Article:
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Natural/Organic Dust Insecticides

- Effective, low toxicity alternatives -

Summary: Several natural insecticides that are formulated as dry powders or "dusts" can be used in a wide variety of pest control situations. These dust insecticides are both highly effective and relatively safe when used correctly.

Jack DeAngelis, PhD
OSU Ext. Entomologist (ret.)

What is a natural dust insecticide?

Insecticides are available in a variety of different forms, or formulations. Some, for example, are liquids that need to be diluted with water prior to use, some are powders that are mixed with water, and while others powders should be applied dry. Insecticides in the last group are generally called dust insecticides. The first widely used insecticide was a dust called "insect powder", made from the ground leaves of the chrysanthemum flower.

Natural dust insecticides are made from minerals such as borate and silica, or from plants (see below). In addition to the dust insecticides made from minerals and plants there are also synthetic (man-made) conventional insecticides that are manufactured as dusts. Therefore the term "dust insecticide" does not necessarily imply natural/organic.

chrysanthemum flowers

Certain types of chrysanthemum flowers are the source of natural "Insect Powders" (pyrethrins). Original photo by USDA.


Silica dust & diatomaceous earth (DE) insecticides

Silica is often combined with the natural insecticide pyrethrum and a synthetic compound called piperonyl butoxide (PBO), but it can also be used alone. Natural silica comes from two sources. Amorphous silica which is manufactured by heating ordinary sand to a high temperature and diatomaceous earth which comes from the skeletons of tiny marine organisms called diatoms.

Silica is a desiccant that destroys the waxy covering that protects insects from excessive water loss so exposure to silica causes them to loose too much water and die. Pyrethrum and PBO are added to increase insect movement by stimulating their nervous systems. This brings the insects into contact with the silica dust more readily. Silica dust itself must be kept dry to be effective so is often used only indoors or in gardens during dry periods.


Silica dusts are especially useful as crack and crevice treatments for bed bugs, in food handling areas for cockroaches, carpet beetles and nuisance ants, and as wall void treatments for carpenter ants. While diatomaceous earth is sometimes suggested as a carpet treatment for fleas there are much better materials now available for flea control. The most common silica-based products used for pest control are the products "Drione" and "Tri-Die". A variety of silica-based insecticides can be purchased here, be sure to check product labels for permitted uses.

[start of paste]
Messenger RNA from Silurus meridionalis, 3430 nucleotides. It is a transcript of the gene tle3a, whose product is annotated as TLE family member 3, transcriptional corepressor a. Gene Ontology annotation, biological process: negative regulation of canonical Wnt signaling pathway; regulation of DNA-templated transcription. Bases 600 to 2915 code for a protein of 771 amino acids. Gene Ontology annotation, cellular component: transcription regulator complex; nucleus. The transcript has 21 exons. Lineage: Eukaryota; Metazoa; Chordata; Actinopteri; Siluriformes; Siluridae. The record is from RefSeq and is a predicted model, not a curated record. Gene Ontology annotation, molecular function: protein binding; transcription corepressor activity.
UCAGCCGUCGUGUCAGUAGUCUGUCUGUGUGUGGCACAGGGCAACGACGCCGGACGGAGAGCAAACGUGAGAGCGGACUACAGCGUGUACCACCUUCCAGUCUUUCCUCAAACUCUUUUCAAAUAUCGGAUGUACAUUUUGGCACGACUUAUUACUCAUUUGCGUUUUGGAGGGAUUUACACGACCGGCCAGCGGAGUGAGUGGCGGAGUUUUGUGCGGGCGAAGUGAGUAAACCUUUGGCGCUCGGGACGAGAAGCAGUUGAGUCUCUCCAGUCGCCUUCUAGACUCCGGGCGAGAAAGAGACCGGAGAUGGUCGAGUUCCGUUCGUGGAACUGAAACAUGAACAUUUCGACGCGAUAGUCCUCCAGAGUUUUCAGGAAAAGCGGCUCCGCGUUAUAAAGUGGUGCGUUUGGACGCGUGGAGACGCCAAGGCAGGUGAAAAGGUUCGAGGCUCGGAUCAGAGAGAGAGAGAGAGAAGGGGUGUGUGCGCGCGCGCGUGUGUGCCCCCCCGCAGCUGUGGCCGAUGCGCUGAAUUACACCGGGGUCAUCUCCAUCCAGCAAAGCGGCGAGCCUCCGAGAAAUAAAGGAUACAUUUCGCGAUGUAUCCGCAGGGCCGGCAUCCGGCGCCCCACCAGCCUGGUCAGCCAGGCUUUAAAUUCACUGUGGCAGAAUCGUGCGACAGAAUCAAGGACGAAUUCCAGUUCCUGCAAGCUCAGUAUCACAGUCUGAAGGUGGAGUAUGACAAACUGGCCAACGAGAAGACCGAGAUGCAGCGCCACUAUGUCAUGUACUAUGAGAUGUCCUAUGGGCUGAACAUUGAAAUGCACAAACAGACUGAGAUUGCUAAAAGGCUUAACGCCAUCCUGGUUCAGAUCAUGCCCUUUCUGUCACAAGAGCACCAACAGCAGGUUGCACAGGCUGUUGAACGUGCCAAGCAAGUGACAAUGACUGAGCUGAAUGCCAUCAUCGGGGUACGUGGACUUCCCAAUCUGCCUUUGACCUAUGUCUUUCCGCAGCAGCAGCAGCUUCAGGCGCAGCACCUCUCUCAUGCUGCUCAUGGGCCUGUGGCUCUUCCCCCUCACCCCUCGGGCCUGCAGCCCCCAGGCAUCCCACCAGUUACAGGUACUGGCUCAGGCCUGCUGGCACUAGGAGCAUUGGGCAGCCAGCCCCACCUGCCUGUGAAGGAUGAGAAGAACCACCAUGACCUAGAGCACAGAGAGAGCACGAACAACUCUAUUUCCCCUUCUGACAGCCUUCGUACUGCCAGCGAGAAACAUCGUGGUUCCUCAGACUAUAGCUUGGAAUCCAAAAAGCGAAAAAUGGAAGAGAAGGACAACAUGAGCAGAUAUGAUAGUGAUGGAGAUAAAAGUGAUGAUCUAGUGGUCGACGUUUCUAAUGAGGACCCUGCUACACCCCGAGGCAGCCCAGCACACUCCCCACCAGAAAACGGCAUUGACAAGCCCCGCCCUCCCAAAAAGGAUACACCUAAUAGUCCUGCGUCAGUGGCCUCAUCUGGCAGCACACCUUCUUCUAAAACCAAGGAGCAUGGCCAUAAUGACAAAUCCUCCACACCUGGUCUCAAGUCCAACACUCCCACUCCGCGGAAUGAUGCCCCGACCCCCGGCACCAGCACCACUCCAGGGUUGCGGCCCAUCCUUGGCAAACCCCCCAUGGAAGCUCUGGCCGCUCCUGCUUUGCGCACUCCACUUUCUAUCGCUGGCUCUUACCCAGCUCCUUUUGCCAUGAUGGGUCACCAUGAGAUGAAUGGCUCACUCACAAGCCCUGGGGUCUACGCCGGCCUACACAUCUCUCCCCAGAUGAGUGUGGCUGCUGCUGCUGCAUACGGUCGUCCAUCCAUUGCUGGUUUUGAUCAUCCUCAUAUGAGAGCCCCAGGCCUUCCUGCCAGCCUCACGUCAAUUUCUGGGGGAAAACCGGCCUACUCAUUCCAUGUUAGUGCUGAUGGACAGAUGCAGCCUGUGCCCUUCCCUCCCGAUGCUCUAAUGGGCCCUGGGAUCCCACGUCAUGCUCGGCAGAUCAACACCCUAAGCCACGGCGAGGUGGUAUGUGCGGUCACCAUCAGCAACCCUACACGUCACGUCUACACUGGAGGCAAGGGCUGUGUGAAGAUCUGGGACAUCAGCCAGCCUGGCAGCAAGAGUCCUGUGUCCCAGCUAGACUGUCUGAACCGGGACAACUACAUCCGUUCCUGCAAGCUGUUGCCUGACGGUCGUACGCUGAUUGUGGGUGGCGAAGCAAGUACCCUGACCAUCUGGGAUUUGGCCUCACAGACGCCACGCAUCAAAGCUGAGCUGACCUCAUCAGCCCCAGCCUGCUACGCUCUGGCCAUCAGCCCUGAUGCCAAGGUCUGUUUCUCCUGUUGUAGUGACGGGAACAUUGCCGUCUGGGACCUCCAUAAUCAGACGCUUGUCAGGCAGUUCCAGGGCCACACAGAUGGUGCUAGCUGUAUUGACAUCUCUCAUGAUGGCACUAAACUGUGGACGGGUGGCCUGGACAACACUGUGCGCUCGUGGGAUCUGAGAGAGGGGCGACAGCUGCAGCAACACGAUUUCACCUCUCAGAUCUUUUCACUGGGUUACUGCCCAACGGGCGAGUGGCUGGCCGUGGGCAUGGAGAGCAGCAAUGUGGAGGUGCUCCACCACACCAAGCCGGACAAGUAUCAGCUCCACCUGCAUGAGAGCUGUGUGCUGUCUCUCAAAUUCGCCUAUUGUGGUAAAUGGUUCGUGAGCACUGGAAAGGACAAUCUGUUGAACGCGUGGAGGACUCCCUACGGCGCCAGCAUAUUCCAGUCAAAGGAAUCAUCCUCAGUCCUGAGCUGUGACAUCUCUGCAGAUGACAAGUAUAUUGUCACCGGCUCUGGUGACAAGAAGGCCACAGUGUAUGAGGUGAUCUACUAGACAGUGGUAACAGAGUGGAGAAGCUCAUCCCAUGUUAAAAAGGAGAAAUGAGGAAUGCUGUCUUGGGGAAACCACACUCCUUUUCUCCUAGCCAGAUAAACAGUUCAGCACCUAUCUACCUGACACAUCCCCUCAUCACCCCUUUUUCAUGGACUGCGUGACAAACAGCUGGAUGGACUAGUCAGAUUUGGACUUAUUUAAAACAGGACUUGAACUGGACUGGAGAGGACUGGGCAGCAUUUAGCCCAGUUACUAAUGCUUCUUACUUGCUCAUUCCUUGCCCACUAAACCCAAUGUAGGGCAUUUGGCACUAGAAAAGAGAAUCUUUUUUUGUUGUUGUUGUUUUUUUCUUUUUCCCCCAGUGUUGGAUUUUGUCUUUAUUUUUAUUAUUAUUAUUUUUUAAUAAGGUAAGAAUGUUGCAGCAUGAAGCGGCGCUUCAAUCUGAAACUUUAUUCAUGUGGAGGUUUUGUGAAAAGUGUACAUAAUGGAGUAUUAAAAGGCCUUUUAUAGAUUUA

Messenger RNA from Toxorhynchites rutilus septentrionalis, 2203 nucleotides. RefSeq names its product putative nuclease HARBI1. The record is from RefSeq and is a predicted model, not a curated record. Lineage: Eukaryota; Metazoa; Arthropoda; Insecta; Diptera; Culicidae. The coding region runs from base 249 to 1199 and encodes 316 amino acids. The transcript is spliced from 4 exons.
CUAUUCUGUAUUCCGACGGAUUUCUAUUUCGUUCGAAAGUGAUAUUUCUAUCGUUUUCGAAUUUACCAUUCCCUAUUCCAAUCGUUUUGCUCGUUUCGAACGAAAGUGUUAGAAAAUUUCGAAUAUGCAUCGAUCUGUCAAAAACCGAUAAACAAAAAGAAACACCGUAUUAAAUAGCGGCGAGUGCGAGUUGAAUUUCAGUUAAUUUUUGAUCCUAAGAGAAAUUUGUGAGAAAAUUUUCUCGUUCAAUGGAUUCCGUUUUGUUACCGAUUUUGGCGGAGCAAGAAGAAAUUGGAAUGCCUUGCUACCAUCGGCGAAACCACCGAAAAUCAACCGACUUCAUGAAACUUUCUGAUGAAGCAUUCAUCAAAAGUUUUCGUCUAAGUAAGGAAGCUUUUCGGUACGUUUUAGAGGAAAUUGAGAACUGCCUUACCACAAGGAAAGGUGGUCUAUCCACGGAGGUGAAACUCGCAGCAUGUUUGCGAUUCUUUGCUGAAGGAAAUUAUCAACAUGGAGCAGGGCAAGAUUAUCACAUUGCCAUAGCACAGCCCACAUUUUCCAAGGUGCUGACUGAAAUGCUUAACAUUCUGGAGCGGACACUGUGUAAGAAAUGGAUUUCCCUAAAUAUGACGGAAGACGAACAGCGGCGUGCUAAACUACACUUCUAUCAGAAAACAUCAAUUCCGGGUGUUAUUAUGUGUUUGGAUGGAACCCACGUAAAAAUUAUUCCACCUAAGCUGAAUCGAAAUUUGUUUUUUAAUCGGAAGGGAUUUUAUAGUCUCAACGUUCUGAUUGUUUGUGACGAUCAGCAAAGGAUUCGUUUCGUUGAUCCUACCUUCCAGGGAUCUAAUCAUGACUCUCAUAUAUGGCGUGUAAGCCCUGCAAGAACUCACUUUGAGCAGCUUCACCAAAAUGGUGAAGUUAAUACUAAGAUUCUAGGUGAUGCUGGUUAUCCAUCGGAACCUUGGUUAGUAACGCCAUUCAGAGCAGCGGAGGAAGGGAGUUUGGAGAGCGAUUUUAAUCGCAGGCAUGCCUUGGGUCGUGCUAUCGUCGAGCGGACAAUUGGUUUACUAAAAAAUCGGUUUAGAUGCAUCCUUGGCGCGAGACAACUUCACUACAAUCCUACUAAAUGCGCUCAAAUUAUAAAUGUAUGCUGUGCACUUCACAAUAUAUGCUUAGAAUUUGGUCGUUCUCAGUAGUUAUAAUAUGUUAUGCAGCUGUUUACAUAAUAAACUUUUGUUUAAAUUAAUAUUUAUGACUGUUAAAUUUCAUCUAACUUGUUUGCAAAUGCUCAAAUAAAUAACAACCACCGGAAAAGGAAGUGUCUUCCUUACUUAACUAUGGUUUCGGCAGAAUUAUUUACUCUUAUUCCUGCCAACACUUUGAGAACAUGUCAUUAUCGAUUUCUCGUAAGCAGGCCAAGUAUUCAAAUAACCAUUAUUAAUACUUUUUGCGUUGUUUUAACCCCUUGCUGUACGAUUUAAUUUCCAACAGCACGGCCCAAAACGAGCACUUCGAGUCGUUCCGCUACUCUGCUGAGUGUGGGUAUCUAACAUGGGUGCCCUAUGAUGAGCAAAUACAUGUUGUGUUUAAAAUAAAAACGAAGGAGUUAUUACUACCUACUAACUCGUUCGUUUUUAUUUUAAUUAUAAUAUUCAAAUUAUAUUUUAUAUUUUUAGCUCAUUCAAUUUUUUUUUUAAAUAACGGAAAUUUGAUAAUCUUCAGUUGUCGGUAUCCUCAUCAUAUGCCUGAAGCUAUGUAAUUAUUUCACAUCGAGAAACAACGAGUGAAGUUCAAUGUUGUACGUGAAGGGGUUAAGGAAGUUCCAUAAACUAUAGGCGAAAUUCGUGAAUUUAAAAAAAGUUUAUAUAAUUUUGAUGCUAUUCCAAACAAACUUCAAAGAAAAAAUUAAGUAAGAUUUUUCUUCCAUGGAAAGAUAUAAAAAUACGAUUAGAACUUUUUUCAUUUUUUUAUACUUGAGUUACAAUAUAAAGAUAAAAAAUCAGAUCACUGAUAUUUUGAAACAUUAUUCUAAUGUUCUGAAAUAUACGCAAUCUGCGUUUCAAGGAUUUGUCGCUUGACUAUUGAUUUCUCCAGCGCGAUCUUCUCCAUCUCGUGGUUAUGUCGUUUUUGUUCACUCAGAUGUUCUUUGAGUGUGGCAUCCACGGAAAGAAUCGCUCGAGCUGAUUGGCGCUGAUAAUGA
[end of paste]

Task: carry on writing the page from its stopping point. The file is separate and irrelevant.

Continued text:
Boric acid & borate dust

Borates are the sodium salts of boric acid (sodium borate). Borates are minerals and have a wide variety of industrial uses as additives, wood preservatives, insecticides, plant nutrients, and detergents. Borates act mainly as "stomach poisons" when formulated in baits for ant and cockroach control or used as dry powders or liquids on surfaces. Borate dust remains active as long as it stays dry and undisturbed. The product Timbor, for example, is very effective for powderpost beetles and dry rot fungi as a surface spray and for carpenter ants as a wall void dust treatment. Borate powder also is used to treat carpets for fleas. However, as with diatomaceous earth, there are better materials now available for flea control (see Boric Acid & Borate Insecticides). A variety of borate-based insecticides can be purchased here, be sure to check product labels for permitted uses.

Botanical, plant-based dusts

Botanical dusts are both the oldest and the newest natural dust insecticides. Dusts made from the ground, dried flowers of the chrysanthemum plant, containing the natural insecticide pyrethrum, are among the oldest commonly-used insecticides. On the other hand, some of the newest botanical (plant-based) dusts contain natural plant oils in combination with some kind of dry carrier such as silica (see Using Botanical Dust Insecticides for much more information about dust insecticides in general as well as how they are used). A variety of botanical dust insecticides can be purchased here, be sure to check product labels for permitted uses.

Related Articles

Using Diatomaceous Earth Insecticide

Using Pyrethrum Insecticides


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Jack DeAngelis, PhD,  , email:  livingwithbugs@gmail.com

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